Because things are never as they first seem…………………

 

 

Our neighbours having been driving us insane. By neighbours, I mean their dog. It has howled and cried like an old sick, dying man being prodded up the bum with a hot iron for the past 6 months. With probably only a handful of nights that we haven’t been woken up; the tiredness is taking its toll. We are beyond exhaustion. Between the dying dog and our daughter who is still waking up at all hours, going to bed is no longer exciting; we dread it! It is like preparing for battle. We roll over every night and hope for the best.

Every day we wake up after another ‘midnight audience with stinky old dog’ and wish terrible, evil things upon the neighbours and every day we become cowards and say nothing to them. We were certain someone else would have to complain soon enough, so not being whingers; we left it.

Today after a year and a half of living in our ‘new’ house. I decided to pay a visit to the neighbours. No, it wasn’t to be brave and complain about the dog, but to chat about the trees we would be removing from our boundary fence.

I charged up to the door, tension building like you wouldn’t believe. In my head I had constructed a picture of an evil couple who were showing disregard for the human race by allowing their 99 year old mutt to howl at the moon every night. ‘Disrespectful @#$%^&’ my husband and I had called them for months. How can’t they hear this *&%$ dog barking at all hours? Surely if they had no respect for anyone, then taking the trees down was sure to start an argument. I slung my 1 year old on my hip and marched up the driveway.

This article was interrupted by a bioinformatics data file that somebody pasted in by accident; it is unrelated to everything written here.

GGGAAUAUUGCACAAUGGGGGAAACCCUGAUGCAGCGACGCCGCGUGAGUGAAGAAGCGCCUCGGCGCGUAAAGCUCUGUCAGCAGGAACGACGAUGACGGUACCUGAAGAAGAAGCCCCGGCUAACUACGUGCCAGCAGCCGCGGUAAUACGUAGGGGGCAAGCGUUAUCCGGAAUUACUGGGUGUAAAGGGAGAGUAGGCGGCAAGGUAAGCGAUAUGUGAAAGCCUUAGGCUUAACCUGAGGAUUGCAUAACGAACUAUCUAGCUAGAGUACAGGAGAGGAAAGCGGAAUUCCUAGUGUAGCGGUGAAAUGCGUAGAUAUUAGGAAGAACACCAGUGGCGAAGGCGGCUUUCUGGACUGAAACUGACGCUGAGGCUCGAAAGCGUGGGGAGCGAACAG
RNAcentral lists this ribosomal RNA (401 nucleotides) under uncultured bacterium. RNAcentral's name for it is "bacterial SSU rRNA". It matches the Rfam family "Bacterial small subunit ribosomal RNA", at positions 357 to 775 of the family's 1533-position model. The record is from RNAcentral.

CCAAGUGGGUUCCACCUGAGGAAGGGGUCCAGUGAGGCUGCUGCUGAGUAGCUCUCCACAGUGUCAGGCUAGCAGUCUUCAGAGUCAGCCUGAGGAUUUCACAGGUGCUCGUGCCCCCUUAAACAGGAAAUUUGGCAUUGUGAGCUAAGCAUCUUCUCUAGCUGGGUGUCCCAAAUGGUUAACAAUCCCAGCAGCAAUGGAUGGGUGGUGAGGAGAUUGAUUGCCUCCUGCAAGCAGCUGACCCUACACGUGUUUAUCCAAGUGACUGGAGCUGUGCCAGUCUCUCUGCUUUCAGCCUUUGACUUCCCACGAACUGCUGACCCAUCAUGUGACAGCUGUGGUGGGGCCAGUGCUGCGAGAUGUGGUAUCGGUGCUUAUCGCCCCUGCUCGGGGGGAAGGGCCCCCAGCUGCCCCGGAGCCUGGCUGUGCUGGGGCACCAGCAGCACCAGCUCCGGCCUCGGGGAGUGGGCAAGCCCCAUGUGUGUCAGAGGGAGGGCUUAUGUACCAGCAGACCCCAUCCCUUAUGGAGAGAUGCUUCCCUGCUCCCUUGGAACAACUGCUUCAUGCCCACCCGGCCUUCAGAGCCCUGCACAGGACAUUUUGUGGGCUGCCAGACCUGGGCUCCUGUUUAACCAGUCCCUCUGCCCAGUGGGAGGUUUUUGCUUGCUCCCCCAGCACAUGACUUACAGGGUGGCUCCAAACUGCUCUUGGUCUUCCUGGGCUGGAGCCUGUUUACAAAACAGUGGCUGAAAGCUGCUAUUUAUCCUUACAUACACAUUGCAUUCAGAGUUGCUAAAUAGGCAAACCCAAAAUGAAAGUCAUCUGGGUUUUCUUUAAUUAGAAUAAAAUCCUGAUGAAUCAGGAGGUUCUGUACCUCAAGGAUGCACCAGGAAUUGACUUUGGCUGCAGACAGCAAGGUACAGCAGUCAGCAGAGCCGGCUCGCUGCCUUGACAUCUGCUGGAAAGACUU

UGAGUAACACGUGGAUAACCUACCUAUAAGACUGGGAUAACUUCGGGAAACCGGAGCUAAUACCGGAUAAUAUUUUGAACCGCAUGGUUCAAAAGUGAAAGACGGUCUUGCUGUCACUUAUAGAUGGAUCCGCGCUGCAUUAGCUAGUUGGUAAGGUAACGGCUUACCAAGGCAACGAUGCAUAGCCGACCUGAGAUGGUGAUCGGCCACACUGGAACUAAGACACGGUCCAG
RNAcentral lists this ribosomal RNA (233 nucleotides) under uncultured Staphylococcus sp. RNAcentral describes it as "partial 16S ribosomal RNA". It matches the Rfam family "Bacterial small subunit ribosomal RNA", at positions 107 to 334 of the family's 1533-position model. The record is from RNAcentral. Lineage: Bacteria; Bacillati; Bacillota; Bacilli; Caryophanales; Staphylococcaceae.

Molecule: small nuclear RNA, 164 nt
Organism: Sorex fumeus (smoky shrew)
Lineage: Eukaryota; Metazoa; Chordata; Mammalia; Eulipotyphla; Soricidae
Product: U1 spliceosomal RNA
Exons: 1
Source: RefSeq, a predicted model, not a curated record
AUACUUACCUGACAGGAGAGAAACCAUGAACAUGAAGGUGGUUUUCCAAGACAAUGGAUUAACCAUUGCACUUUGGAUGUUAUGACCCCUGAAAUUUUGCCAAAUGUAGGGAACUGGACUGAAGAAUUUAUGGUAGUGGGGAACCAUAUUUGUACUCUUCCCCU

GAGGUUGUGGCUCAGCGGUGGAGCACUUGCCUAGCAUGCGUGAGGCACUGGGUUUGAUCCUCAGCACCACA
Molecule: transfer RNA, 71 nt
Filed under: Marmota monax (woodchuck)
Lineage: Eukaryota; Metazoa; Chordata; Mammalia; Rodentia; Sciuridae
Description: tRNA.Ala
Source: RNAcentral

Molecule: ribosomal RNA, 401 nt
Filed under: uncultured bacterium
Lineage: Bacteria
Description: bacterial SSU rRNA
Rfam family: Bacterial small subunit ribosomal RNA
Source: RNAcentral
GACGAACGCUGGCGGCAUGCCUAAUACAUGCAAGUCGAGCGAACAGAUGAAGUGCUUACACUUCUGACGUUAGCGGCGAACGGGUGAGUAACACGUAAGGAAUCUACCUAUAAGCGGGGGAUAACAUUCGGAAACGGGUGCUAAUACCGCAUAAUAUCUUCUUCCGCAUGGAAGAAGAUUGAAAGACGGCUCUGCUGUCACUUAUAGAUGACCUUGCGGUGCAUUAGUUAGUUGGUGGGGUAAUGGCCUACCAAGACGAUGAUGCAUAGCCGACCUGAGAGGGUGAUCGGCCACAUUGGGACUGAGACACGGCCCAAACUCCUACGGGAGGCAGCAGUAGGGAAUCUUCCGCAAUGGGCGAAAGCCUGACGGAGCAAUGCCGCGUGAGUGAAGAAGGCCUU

I didn’t get a chance to knock on the door, sitting outside on the porch, lighting a cigarette was a frail, broken woman. After a year and a half of living next door, this lady had no idea who I was, did not even recognize me. She was talking to and feeding the Magpies. I had to introduce myself, still on the defensive and preparing for an argument. It was then a few moments in that my anger slipped away and was replaced with sadness and guilt. After a just a minute or two my neighbour (who as it turns out is named Chrissy not   ‘ *&%$head)  had spilled her heart out to a stranger. It seems her husband had left her after 30 years of marriage; she was a broken woman and clearly struggling. She confided to a not so close neighbour, though I suspect she would’ve told anyone who would listen that she had been in and out of the mental health hospital; that she felt she had lost her life. Clearly sedated at 3:30 in the afternoon, it became clear why she could not hear her dog barking. She was so highly medicated to escape her pain that a dog barking would have faded into the backround.

Suddenly my anger was gone. There was now a face to the evil person from next door, and more than that there was now a sad, lonely woman trying to claw her way back to life.  Chrissy even mentioned how excited she was that the trees were being removed and how her summer would now be much brighter from her side of the fence. What a shame that it had taken a year and a half to make contact with someone living a few metres away from us.